Justice Department Announces Reforms In Oversight Of Local Police

September 14, 2021

By a Biometrica staffer

At an annual meeting of the International Association of Chiefs of Police (IACP) on Sept. 13, Attorney General Merrick B. Garland announced the results of Associate Attorney General Vanita Gupta’s review of the use of monitors in civil settlement agreements and consent decrees with state and local governmental entities.

A total of 19 actions that the department should undertake in order to improve the use of monitors was recommended in a memo. The Attorney General accepted AAG Gupta’s recommendations and ordered them to be made effective immediately. The announcement was praised by law enforcement officials, the New York Times reported.

The remarks come on the back of increased scrutiny of local policing practices by the Justice Department. The investigation of high profile officer-involved shootings often lead to consent decrees, which are court-approved deals between the Justice Department and local governments. These are put in place to create a roadmap for training and operational changes. Monitors are then appointed to ensure that these are implemented.

The five principles outlined in AAG Gupta’s memo are:

  • Monitorships should be designed to minimize cost to jurisdictions and avoid any appearance of a conflict of interest. 
  • Monitors must be accountable to the court, the parties involved, and the public.
  • Monitors should assess compliance consistently across jurisdictions.
  • Sustained, meaningful engagement with the community is critical to the success of the monitorship.
  • Monitoring must be structured to efficiently move jurisdictions into compliance.

In order to comply with the five principles laid out, the department will have to take certain steps in all monitor agreements.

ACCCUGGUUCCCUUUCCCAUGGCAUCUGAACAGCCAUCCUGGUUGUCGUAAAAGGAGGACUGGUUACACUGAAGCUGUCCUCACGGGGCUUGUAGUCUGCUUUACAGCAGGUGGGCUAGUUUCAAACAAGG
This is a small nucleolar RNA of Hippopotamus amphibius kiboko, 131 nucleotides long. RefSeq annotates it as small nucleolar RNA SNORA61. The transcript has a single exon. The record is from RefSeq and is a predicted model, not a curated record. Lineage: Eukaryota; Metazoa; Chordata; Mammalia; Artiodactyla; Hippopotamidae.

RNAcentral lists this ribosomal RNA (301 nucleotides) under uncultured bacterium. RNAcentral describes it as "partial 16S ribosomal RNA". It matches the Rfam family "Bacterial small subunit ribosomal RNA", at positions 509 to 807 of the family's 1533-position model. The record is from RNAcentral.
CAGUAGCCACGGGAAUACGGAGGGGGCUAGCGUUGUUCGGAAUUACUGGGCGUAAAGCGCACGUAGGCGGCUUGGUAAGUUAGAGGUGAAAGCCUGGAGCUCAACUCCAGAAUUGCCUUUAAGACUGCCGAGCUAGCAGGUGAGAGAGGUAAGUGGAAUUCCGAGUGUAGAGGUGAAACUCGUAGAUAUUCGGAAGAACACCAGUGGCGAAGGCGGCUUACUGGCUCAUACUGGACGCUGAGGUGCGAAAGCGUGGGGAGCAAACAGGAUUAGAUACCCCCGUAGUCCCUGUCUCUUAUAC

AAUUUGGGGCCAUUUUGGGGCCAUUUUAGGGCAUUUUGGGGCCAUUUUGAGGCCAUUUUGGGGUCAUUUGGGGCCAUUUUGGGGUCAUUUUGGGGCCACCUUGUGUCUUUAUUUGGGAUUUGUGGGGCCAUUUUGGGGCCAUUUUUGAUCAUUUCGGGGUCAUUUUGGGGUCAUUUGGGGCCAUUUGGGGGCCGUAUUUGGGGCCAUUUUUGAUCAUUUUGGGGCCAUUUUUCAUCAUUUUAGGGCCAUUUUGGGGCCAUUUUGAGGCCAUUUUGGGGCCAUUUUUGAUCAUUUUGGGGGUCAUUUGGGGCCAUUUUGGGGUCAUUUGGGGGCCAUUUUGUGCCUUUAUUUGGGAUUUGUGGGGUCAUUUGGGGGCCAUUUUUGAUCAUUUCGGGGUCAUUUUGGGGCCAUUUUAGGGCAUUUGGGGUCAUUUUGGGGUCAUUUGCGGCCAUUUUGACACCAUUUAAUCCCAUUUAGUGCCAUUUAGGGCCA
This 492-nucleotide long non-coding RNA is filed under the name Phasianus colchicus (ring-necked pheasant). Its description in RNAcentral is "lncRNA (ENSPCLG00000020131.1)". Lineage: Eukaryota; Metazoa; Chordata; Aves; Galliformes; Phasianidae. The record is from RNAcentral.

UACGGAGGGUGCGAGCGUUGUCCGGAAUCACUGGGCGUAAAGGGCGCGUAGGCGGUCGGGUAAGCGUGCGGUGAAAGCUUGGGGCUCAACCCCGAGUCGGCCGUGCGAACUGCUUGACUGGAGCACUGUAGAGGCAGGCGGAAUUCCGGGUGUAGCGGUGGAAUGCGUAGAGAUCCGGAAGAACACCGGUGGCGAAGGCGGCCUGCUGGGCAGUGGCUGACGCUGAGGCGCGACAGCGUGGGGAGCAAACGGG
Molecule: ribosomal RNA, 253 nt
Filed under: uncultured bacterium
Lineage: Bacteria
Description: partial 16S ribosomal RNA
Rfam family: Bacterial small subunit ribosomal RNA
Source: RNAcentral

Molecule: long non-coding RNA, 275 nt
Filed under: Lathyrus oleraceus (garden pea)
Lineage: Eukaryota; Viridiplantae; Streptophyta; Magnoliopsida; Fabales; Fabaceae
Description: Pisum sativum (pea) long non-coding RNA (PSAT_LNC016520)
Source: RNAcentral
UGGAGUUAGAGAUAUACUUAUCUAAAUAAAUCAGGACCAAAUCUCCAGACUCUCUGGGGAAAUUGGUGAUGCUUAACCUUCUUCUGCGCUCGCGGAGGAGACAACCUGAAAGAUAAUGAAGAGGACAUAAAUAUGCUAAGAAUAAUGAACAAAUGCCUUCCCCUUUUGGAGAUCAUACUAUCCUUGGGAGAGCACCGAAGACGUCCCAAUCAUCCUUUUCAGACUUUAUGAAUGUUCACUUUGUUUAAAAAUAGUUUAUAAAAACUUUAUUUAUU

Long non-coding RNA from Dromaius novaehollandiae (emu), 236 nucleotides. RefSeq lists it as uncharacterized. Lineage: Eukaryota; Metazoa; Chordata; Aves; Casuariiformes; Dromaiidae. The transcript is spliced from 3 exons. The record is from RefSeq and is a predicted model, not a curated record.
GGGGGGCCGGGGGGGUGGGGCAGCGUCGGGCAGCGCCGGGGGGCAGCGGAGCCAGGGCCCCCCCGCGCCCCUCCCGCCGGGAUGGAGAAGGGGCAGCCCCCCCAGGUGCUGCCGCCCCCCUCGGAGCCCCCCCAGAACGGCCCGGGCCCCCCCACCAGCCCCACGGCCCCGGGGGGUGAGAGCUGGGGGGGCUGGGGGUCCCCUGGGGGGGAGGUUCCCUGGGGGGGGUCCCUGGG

Future consent decrees will include an annual cap on monitors’ fees to increase transparency and help contain costs. Additionally, there will be no “double-dipping,” so as to dispel any perception that monitoring is a cottage industry. Hence, lead monitors in future consent decrees will no longer be able to serve on more than one monitoring team at a time.

Monitors are to prioritise stakeholder input so that they are able to understand a variety of interests and perspectives of the stakeholders in the process, including impacted communities, law enforcement, and victims of official misconduct.

Specific term limits will be put in place for monitors, which will only be allowed to be extended after judicial evaluation. Effective practices guides, assessment tools, and training materials will be made available to make sure that monitorships are being conducted consistently across jurisdictions.

Further, future consent decrees will have to be reviewed after five years to ensure that monitorships are designed to incentivize monitors and jurisdictions to move towards compliance as efficiently as possible.

“The department has found that – while consent decrees and monitorships are important tools to increase transparency and accountability – [we] can and should do more to improve their efficiency and efficacy,” said AG Garland. “The Associate Attorney General has recommended – and I have accepted – a set of 19 actions that the department will take to address those concerns.”

“Consent decrees have proven to be vital tools in upholding the rule of law and promoting transformational change in the state and local governmental entities where they are used,” said AAG Gupta. “The department must do everything it can to guarantee that they remain so by working to ensure that the monitors who help implement these decrees do so efficiently, consistently and with meaningful input and participation from the communities they serve.”